A South Ossetian police official was killed in a bomb attack on July 3, 2008 and this was followed by an intense exchange of gun fire. Later a convoy carrying the leader of the Tbilisi-backed South Ossetian provisional administration, Dmitry Sanakoyev, was attacked and three of his security guards injured. On July 4, 2008 two people were killed as a result of shelling and shooting in Tskhinvali and some villages in South Ossetia. The South Ossetian Press and Information Committee reported that a South Ossetian militiaman had been killed and another injured in an attack on a police post in the village of Ubia and this was followed by the shelling of Tskhinvali, which resulted in the death of one man. The shelling reportedly involved the use of mortars and grenade launchers. Georgia claimed it had opened fire in response to the shelling by South Ossetian militiamen of Georgian-controlled villages.[21] South Ossetia called up military reservists and put its security forces on alert in response to the clashes. The head of Russia's peacekeeping troops in the region was quoted as saying extra soldiers could be deployed if the stand-off worsened.[22] South Ossetia warned it would move heavy weaponry into the conflict zone with Georgia if attacks on the republic were not stopped. [23]

The Georgian Ministry of Defense said on July 7, 2008 a group of up to ten militiamen were apparently prevented from placing mines on a Georgian-controlled by-pass road linking the Georgian villages in the north of Tskhinvali with the rest of Georgia. The Georgian side opened fire and the group was forced to retreat towards the nearby South Ossetian-controlled village. On July 8, 2008 South Ossetia reported that it had detained four "officers from the artillery brigade of the Georgian Ministry of Defense" close to the village of Okona in the Znauri district at the administrative border the night before.[24] Georgian President Mikheil Saakashvili told police to prepare an operation to free the four soldiers, but they were released before an operation was launched.[25]

Russian military jets flew into Georgian airspace through South Ossetia on July 9, 2008 and then returned to Russia. The next day, the Russian authorities confirmed the flight and said, in an official statement, that the fighters were sent to prevent Georgia from launching an operation to free the four soldiers detained by South Ossetia.[26] In response, Georgia recalled its ambassador to Moscow "for consultations", stating that it was "outraged by Russia's aggressive policies."[27]

The incident coincided with the visit of the U.S. Secretary of State Condoleezza Rice to Tbilisi where she pledged the U.S. support for Georgia's bid to join NATO. She said that granting NATO Membership Action Plan to Georgia would help resolve the Abkhaz and South Ossetian problems. The statement caused a negative outcry in Moscow: the Russian foreign minister Sergey Lavrov responded, during his meeting with the de facto Abkhaz president Sergey Bagapsh, that Georgia’s NATO integration process "may undermine the conflict resolution" process.[28] On July 11, 2008, Georgian Deputy Foreign Minister Grigol Vashadze called for an urgent UN Security Council meeting on the conflict zones.[29]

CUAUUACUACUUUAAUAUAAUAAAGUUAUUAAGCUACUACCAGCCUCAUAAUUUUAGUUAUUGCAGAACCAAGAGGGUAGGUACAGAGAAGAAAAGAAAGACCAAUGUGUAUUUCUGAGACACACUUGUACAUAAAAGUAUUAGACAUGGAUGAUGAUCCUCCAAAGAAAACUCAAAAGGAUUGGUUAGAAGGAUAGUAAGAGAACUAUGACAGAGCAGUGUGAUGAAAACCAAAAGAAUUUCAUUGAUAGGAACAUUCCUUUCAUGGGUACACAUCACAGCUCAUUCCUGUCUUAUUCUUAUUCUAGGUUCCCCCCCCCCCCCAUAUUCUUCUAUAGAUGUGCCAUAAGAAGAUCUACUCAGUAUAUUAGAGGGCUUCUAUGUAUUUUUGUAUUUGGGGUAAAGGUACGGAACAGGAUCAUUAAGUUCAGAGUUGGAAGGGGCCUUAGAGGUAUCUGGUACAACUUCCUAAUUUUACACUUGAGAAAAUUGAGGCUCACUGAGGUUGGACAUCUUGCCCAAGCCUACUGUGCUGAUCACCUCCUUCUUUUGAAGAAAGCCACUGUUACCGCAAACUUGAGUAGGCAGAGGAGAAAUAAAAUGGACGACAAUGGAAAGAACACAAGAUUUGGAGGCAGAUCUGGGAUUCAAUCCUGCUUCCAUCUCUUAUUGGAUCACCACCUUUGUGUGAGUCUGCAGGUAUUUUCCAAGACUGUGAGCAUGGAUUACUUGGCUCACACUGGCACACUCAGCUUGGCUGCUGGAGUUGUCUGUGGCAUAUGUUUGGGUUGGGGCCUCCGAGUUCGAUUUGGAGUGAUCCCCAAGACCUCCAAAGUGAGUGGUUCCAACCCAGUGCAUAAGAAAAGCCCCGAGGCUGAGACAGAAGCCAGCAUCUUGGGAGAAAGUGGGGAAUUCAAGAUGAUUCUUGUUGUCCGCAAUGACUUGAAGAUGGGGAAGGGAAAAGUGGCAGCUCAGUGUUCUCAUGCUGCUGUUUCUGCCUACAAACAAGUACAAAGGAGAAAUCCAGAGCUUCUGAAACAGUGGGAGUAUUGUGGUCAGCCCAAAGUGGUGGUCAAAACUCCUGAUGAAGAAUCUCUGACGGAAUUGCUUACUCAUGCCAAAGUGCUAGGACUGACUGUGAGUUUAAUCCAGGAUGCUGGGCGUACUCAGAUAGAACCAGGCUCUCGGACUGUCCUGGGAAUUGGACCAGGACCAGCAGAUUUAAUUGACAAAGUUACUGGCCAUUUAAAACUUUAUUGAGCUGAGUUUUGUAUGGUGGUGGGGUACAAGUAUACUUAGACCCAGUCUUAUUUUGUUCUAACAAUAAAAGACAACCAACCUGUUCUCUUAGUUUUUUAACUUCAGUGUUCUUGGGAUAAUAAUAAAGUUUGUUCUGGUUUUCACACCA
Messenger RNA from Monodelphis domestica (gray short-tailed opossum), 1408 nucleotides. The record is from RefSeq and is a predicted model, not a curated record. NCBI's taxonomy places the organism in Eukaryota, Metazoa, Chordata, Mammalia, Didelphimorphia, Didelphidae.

A South Ossetian envoy on July 11, 2008 declared that South Ossetia was capable of repelling any attack by Georgia without help from Moscow and also said the mainly Russian peacekeeping contingent in the Georgian-South Ossetian conflict zone should be increased.[30] The Russian Ministry of Defense said in a statement the same day that measures have been taken "to increase combat readiness" of the Russian peacekeeping forces stationed in Abkhazia. It also said that security had been tightened at the Russian peacekeepers’ base camps, observation posts and checkpoints, and "additional training" of the peacekeeping personnel had been conducted "to explain regulations of use of firearm while on duty."[31] Nika Rurua, Deputy Head of the Parliament’s Security and Defense Committee, warned that Georgia would shoot down Russia’s military aircraft in case they appear in its airspace again and an initiative was considered to this effect, but decided instead to appeal to the world community on the matter. Media reports published information about Russia’s alleged plans to seize the Kodori Gorge specifying that the details of the operation were worked out by Russian high-ranking military officials, with Abkhazia’s President Sergey Bagapsh. Russia reportedly considered responding[dated info] by revealing the details of a planned military invasion of South Ossetia by Georgia to release their detained officers.[32]

On July 14, 2008 Georgia's deputy defense minister Batu Kutelia said Georgia plans to expand its military more than 15 percent to 37,000 soldiers following events in Abkhazia and South Ossetia. The additional manpower would be used to defend Georgia's airspace and the Black Sea coast.[33] On July 15, 2008 the U.S. and Russia both began exercises in the Caucasus though Russia denies the timing was intentional.[34] The Russian exercises included training to support peacekeepers in Abkhazia and South Ossetia. Georgia claimed the exercises were a manifestation of Russian aggression against it.[35]

The US exercises were part of "Exercise Immediate Response 2008"and included forces from the United States, Georgia, Ukraine, Azerbaijan, and Armenia.[36] 1,000 US troops were involved, in addition to the 127 trainers already in Georgia. The exercise concluded August 7.[37] On August 6 the Georgian Defense Ministry announced a two week exercise, "Georgian Express 2008", would take place with 180 British military personnel, starting in September.[38]

Also on July 15, Abkhazia and South Ossetia were said to be planning to join the Union of Russia and Belarus, a spokesman for the Union said both regions have talked about joining the Union, but that they would need to be recognized as independent and become observers before they could join the Union as members.[39][40]